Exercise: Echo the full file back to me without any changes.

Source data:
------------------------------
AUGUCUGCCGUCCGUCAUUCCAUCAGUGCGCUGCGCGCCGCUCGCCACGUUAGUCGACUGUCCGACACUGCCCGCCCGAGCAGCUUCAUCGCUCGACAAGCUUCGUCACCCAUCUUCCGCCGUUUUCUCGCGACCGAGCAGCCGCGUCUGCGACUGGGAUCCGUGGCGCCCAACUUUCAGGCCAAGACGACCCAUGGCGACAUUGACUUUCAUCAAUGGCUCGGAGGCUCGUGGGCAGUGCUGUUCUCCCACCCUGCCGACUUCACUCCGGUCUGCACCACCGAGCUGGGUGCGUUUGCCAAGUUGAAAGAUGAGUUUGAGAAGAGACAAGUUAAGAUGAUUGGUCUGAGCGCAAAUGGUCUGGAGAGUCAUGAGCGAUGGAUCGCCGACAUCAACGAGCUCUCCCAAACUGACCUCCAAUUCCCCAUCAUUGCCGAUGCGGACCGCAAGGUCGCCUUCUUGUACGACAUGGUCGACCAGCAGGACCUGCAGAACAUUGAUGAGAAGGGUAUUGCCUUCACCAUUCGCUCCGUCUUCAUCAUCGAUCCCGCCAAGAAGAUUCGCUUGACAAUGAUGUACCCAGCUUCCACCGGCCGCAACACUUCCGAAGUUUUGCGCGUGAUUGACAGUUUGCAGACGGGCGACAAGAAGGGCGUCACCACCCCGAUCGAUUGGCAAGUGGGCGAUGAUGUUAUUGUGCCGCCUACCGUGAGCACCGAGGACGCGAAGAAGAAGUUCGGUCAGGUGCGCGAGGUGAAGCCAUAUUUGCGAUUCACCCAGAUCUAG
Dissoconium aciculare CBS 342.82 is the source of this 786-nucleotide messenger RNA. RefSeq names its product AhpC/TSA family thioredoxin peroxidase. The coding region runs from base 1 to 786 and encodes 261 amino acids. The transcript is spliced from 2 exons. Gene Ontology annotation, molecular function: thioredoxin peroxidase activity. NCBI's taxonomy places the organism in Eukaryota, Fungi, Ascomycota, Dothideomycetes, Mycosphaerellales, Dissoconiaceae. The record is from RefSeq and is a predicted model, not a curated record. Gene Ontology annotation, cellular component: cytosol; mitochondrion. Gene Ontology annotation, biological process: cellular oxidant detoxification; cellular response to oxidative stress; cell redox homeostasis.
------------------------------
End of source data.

AUGUCUGCCGUCCGUCAUUCCAUCAGUGCGCUGCGCGCCGCUCGCCACGUUAGUCGACUGUCCGACACUGCCCGCCCGAGCAGCUUCAUCGCUCGACAAGCUUCGUCACCCAUCUUCCGCCGUUUUCUCGCGACCGAGCAGCCGCGUCUGCGACUGGGAUCCGUGGCGCCCAACUUUCAGGCCAAGACGACCCAUGGCGACAUUGACUUUCAUCAAUGGCUCGGAGGCUCGUGGGCAGUGCUGUUCUCCCACCCUGCCGACUUCACUCCGGUCUGCACCACCGAGCUGGGUGCGUUUGCCAAGUUGAAAGAUGAGUUUGAGAAGAGACAAGUUAAGAUGAUUGGUCUGAGCGCAAAUGGUCUGGAGAGUCAUGAGCGAUGGAUCGCCGACAUCAACGAGCUCUCCCAAACUGACCUCCAAUUCCCCAUCAUUGCCGAUGCGGACCGCAAGGUCGCCUUCUUGUACGACAUGGUCGACCAGCAGGACCUGCAGAACAUUGAUGAGAAGGGUAUUGCCUUCACCAUUCGCUCCGUCUUCAUCAUCGAUCCCGCCAAGAAGAUUCGCUUGACAAUGAUGUACCCAGCUUCCACCGGCCGCAACACUUCCGAAGUUUUGCGCGUGAUUGACAGUUUGCAGACGGGCGACAAGAAGGGCGUCACCACCCCGAUCGAUUGGCAAGUGGGCGAUGAUGUUAUUGUGCCGCCUACCGUGAGCACCGAGGACGCGAAGAAGAAGUUCGGUCAGGUGCGCGAGGUGAAGCCAUAUUUGCGAUUCACCCAGAUCUAG
Dissoconium aciculare CBS 342.82 is the source of this 786-nucleotide messenger RNA. RefSeq names its product AhpC/TSA family thioredoxin peroxidase. The coding region runs from base 1 to 786 and encodes 261 amino acids. The transcript is spliced from 2 exons. Gene Ontology annotation, molecular function: thioredoxin peroxidase activity. NCBI's taxonomy places the organism in Eukaryota, Fungi, Ascomycota, Dothideomycetes, Mycosphaerellales, Dissoconiaceae. The record is from RefSeq and is a predicted model, not a curated record. Gene Ontology annotation, cellular component: cytosol; mitochondrion. Gene Ontology annotation, biological process: cellular oxidant detoxification; cellular response to oxidative stress; cell redox homeostasis.